After saturation, the web may be dried by any method or combination of methods known in the industry. Drying methods include but are not limited to, application of heat to the web by use of convection ovens, radiant heat, infrared radiation, forced air ovens, heated rolls or cans, or other heat sources. Another example of a drying method is allowing the web to air dry without the addition of thermal energy other than that present in the ambient environment.
Packages Comprising Fibrous Webs
The packages that include the saturated web and the method for making the packages are two additional elements of the invention. The packaging will include the saturated web of the present invention and the other component, which is the base component. The base component and saturated web are assembled and sealed using a heat seal device that applies heat to the edges or surfaces of the web and base component in which a seal is desired. Persons skilled in the art will recognize that other components may be incorporated in the package. Examples include, without limitation, internal packaging for protection and separation of components, and labels attached to the package. The amount and type of additional components varies widely and depends on the product packaged and its intended use.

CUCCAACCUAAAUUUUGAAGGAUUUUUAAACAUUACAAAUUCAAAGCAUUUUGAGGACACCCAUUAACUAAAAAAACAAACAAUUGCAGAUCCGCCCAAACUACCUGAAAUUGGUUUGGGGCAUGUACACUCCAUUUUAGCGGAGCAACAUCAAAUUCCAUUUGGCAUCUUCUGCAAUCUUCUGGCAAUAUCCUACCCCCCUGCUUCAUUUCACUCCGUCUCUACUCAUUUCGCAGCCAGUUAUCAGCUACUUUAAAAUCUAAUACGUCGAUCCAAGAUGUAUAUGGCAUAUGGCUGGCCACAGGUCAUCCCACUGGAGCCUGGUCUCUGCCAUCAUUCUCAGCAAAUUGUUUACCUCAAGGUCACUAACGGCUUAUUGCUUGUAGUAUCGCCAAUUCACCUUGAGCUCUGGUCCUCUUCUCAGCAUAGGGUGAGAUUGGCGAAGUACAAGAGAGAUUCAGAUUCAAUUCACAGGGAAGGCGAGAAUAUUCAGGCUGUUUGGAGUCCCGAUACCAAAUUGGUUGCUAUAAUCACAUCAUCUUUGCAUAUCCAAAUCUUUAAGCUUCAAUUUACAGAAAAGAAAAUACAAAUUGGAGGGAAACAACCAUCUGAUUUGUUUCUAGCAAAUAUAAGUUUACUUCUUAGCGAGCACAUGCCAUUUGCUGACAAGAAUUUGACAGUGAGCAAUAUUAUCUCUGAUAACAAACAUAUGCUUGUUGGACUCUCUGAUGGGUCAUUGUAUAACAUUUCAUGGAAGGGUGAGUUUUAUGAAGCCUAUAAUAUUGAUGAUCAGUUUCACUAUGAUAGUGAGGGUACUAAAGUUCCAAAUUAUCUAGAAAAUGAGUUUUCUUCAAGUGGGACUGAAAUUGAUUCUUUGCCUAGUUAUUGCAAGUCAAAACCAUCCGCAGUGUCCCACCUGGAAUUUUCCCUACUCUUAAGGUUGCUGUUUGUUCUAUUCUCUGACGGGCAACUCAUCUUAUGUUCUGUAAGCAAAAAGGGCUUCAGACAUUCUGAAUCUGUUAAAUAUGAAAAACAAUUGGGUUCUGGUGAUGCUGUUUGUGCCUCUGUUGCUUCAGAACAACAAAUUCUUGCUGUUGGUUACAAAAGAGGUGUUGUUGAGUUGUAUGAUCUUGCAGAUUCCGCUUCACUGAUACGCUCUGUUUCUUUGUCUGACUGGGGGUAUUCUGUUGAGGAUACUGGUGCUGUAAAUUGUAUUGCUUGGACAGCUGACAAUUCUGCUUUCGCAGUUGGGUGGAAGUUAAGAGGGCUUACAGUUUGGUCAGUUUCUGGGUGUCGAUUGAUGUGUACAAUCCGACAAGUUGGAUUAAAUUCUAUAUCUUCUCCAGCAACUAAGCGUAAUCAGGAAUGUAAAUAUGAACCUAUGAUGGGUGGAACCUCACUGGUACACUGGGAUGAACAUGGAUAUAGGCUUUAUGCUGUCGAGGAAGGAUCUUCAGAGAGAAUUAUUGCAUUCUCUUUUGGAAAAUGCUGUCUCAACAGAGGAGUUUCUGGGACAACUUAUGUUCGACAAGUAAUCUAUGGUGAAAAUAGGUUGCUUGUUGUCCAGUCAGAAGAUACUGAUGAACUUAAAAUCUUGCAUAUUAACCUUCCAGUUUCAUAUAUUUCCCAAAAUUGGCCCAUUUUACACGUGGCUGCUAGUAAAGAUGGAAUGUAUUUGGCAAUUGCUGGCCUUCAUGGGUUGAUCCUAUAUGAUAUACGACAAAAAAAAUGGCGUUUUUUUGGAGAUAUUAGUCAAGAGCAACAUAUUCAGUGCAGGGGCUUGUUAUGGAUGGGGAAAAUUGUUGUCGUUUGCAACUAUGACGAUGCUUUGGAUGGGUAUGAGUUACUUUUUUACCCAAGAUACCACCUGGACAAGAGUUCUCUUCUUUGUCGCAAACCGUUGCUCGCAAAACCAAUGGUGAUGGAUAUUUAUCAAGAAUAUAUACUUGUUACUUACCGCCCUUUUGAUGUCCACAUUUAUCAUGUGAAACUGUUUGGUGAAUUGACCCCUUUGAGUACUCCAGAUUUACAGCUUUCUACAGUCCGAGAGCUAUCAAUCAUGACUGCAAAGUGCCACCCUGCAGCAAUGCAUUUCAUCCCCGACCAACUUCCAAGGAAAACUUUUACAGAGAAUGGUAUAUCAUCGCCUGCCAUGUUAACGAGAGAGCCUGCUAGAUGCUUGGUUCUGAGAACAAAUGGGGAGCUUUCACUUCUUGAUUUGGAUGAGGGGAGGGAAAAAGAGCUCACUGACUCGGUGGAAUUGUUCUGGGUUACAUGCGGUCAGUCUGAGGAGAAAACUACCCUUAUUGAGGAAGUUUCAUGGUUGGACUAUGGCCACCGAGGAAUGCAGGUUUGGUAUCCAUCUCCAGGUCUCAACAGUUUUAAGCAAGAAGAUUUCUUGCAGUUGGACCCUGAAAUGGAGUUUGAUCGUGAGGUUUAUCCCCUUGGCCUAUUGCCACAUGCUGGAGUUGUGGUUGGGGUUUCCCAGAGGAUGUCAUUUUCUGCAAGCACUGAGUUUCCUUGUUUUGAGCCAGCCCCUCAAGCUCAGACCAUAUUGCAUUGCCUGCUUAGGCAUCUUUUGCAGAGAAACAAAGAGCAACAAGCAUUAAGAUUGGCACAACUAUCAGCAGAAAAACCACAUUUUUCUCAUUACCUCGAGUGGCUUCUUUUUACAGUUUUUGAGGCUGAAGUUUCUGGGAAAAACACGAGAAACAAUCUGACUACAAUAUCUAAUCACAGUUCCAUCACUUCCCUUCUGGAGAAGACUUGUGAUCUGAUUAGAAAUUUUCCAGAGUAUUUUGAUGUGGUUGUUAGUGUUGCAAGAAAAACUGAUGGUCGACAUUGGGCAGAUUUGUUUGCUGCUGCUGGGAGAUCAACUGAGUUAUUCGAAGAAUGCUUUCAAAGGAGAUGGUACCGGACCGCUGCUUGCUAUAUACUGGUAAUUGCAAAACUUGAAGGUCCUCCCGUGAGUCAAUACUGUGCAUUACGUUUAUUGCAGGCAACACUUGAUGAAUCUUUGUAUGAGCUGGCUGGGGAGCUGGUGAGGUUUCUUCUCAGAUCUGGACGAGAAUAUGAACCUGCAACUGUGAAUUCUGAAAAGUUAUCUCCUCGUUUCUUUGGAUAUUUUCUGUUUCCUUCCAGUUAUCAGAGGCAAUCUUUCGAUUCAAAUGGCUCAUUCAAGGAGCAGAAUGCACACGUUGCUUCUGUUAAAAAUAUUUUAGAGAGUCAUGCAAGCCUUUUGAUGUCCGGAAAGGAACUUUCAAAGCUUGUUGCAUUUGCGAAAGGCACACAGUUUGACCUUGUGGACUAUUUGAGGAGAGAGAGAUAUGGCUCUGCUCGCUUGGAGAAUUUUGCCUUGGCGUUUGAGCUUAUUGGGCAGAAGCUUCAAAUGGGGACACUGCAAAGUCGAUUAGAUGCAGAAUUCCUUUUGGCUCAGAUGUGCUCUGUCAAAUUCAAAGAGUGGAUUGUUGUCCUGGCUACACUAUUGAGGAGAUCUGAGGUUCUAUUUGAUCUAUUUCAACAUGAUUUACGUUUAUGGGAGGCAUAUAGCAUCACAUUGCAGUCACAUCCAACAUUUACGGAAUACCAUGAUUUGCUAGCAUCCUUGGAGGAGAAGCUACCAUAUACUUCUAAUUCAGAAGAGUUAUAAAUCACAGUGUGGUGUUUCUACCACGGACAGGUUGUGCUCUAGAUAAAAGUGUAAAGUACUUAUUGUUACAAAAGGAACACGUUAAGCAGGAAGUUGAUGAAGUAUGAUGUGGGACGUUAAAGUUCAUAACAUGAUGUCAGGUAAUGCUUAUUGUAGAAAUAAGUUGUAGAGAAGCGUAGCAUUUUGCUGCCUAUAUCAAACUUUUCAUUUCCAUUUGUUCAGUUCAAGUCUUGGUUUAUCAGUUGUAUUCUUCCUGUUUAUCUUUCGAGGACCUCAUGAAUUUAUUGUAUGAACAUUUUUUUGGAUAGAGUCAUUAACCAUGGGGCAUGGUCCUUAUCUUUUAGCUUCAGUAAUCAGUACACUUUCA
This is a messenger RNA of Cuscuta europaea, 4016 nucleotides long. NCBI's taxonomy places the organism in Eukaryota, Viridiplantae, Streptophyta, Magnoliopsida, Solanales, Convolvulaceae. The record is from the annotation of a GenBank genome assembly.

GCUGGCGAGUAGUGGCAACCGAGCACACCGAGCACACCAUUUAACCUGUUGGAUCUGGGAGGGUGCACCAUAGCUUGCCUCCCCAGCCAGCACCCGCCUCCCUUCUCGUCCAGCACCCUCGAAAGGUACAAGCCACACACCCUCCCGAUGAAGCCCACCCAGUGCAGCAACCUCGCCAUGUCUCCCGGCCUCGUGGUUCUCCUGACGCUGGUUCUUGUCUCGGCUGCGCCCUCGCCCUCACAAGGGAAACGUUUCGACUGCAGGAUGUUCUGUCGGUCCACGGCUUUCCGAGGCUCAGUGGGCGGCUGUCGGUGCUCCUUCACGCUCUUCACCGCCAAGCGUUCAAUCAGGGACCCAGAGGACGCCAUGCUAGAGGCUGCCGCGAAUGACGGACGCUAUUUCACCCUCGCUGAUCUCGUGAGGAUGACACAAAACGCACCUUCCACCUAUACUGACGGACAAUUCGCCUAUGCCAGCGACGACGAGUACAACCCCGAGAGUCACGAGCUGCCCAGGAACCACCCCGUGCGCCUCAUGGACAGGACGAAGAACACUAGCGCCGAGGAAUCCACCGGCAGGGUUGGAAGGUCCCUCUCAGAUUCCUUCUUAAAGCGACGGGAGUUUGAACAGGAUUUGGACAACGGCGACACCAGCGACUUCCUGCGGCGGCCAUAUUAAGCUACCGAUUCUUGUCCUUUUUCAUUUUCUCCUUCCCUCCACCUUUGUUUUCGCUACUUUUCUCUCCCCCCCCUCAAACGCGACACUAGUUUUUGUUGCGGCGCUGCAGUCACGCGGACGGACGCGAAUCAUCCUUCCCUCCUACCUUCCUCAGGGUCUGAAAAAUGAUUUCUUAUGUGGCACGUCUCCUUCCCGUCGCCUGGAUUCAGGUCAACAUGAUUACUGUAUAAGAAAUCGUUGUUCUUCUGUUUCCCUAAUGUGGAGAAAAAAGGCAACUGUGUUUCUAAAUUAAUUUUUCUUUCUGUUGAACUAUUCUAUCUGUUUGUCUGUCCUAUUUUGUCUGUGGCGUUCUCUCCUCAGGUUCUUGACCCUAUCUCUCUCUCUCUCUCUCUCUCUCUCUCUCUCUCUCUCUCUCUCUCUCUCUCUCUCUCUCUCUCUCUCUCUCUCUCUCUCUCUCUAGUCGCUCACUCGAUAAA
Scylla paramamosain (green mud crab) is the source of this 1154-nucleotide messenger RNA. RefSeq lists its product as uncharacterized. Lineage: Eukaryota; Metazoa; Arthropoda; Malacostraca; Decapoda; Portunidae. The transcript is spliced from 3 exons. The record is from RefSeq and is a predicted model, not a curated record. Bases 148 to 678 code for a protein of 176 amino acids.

The adhesive coating that may be used with the saturated paper is also an element of the invention. The adhesive coating can be used in applications where the saturation of the web alone does not provide the desired seal strengths with the selected film. The coating can also be used to decrease the web permeability and thereby increase the bacteria barrier. The coating is comprised of between about 50% and about 85% ethylene vinyl acetate and between about 15% and about 50% ethylene acrylic acid, with both percentages based on the total dry weight of the coating. The relative concentrations of these two compounds will be adjusted to maximize compatibility with the sealant used in the base component. One desirable embodiment uses an ethylene acrylic acid level between about 20 and about 30%, expressed as dry weight. Another desirable embodiment uses an ethylene acrylic acid level of between about 15% and about 20%, expressed as dry weight.